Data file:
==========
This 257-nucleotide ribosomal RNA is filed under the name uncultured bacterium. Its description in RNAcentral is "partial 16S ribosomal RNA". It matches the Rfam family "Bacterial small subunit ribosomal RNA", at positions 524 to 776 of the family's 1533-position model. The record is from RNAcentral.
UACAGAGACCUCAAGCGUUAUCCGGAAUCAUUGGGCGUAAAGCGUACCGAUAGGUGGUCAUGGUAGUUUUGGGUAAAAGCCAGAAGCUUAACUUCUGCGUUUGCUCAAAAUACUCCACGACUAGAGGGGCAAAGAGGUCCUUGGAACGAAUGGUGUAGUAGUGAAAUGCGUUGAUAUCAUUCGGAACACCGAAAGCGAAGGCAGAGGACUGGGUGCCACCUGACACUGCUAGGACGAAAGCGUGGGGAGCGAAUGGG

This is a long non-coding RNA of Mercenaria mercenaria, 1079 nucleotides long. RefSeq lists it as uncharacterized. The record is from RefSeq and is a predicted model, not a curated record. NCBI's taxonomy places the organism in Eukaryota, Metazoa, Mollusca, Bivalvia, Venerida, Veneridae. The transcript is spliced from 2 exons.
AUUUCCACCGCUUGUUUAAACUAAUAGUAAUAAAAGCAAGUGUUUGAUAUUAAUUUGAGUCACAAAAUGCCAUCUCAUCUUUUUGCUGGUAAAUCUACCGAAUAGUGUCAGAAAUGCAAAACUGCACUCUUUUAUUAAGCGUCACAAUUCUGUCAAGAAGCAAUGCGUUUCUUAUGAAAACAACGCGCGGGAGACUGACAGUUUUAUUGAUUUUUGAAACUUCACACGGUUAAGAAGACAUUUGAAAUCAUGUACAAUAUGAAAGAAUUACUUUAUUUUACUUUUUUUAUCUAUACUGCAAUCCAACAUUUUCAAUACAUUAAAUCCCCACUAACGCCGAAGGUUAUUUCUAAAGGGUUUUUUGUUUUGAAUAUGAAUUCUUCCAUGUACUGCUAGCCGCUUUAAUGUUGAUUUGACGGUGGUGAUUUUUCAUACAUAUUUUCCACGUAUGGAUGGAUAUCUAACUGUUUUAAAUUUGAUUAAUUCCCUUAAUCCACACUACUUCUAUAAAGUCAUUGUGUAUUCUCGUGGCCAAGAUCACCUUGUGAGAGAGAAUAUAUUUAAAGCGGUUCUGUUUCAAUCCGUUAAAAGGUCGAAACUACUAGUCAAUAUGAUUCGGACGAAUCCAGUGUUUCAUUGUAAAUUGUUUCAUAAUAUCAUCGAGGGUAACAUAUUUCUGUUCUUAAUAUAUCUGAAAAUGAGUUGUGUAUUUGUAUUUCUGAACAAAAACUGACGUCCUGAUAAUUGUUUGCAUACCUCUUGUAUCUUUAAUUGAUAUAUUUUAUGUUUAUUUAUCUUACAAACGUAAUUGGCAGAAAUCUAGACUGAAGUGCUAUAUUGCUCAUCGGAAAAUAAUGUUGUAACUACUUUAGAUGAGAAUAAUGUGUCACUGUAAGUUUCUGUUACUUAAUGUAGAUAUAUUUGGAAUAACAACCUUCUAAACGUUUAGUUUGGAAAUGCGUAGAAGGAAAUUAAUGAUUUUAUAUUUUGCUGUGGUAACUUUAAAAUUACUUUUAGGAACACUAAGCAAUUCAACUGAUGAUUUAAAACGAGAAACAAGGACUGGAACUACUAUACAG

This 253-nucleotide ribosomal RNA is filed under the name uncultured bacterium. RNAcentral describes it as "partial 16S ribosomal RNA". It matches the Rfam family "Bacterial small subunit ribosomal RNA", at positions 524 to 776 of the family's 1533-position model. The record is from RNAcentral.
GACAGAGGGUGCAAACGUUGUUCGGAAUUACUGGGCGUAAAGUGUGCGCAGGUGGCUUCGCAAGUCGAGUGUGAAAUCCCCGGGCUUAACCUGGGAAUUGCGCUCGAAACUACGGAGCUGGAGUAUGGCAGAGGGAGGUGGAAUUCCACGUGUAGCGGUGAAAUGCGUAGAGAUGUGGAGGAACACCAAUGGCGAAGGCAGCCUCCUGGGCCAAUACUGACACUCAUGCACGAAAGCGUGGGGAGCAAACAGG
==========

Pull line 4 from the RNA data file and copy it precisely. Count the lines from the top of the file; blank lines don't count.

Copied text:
AUUUCCACCGCUUGUUUAAACUAAUAGUAAUAAAAGCAAGUGUUUGAUAUUAAUUUGAGUCACAAAAUGCCAUCUCAUCUUUUUGCUGGUAAAUCUACCGAAUAGUGUCAGAAAUGCAAAACUGCACUCUUUUAUUAAGCGUCACAAUUCUGUCAAGAAGCAAUGCGUUUCUUAUGAAAACAACGCGCGGGAGACUGACAGUUUUAUUGAUUUUUGAAACUUCACACGGUUAAGAAGACAUUUGAAAUCAUGUACAAUAUGAAAGAAUUACUUUAUUUUACUUUUUUUAUCUAUACUGCAAUCCAACAUUUUCAAUACAUUAAAUCCCCACUAACGCCGAAGGUUAUUUCUAAAGGGUUUUUUGUUUUGAAUAUGAAUUCUUCCAUGUACUGCUAGCCGCUUUAAUGUUGAUUUGACGGUGGUGAUUUUUCAUACAUAUUUUCCACGUAUGGAUGGAUAUCUAACUGUUUUAAAUUUGAUUAAUUCCCUUAAUCCACACUACUUCUAUAAAGUCAUUGUGUAUUCUCGUGGCCAAGAUCACCUUGUGAGAGAGAAUAUAUUUAAAGCGGUUCUGUUUCAAUCCGUUAAAAGGUCGAAACUACUAGUCAAUAUGAUUCGGACGAAUCCAGUGUUUCAUUGUAAAUUGUUUCAUAAUAUCAUCGAGGGUAACAUAUUUCUGUUCUUAAUAUAUCUGAAAAUGAGUUGUGUAUUUGUAUUUCUGAACAAAAACUGACGUCCUGAUAAUUGUUUGCAUACCUCUUGUAUCUUUAAUUGAUAUAUUUUAUGUUUAUUUAUCUUACAAACGUAAUUGGCAGAAAUCUAGACUGAAGUGCUAUAUUGCUCAUCGGAAAAUAAUGUUGUAACUACUUUAGAUGAGAAUAAUGUGUCACUGUAAGUUUCUGUUACUUAAUGUAGAUAUAUUUGGAAUAACAACCUUCUAAACGUUUAGUUUGGAAAUGCGUAGAAGGAAAUUAAUGAUUUUAUAUUUUGCUGUGGUAACUUUAAAAUUACUUUUAGGAACACUAAGCAAUUCAACUGAUGAUUUAAAACGAGAAACAAGGACUGGAACUACUAUACAG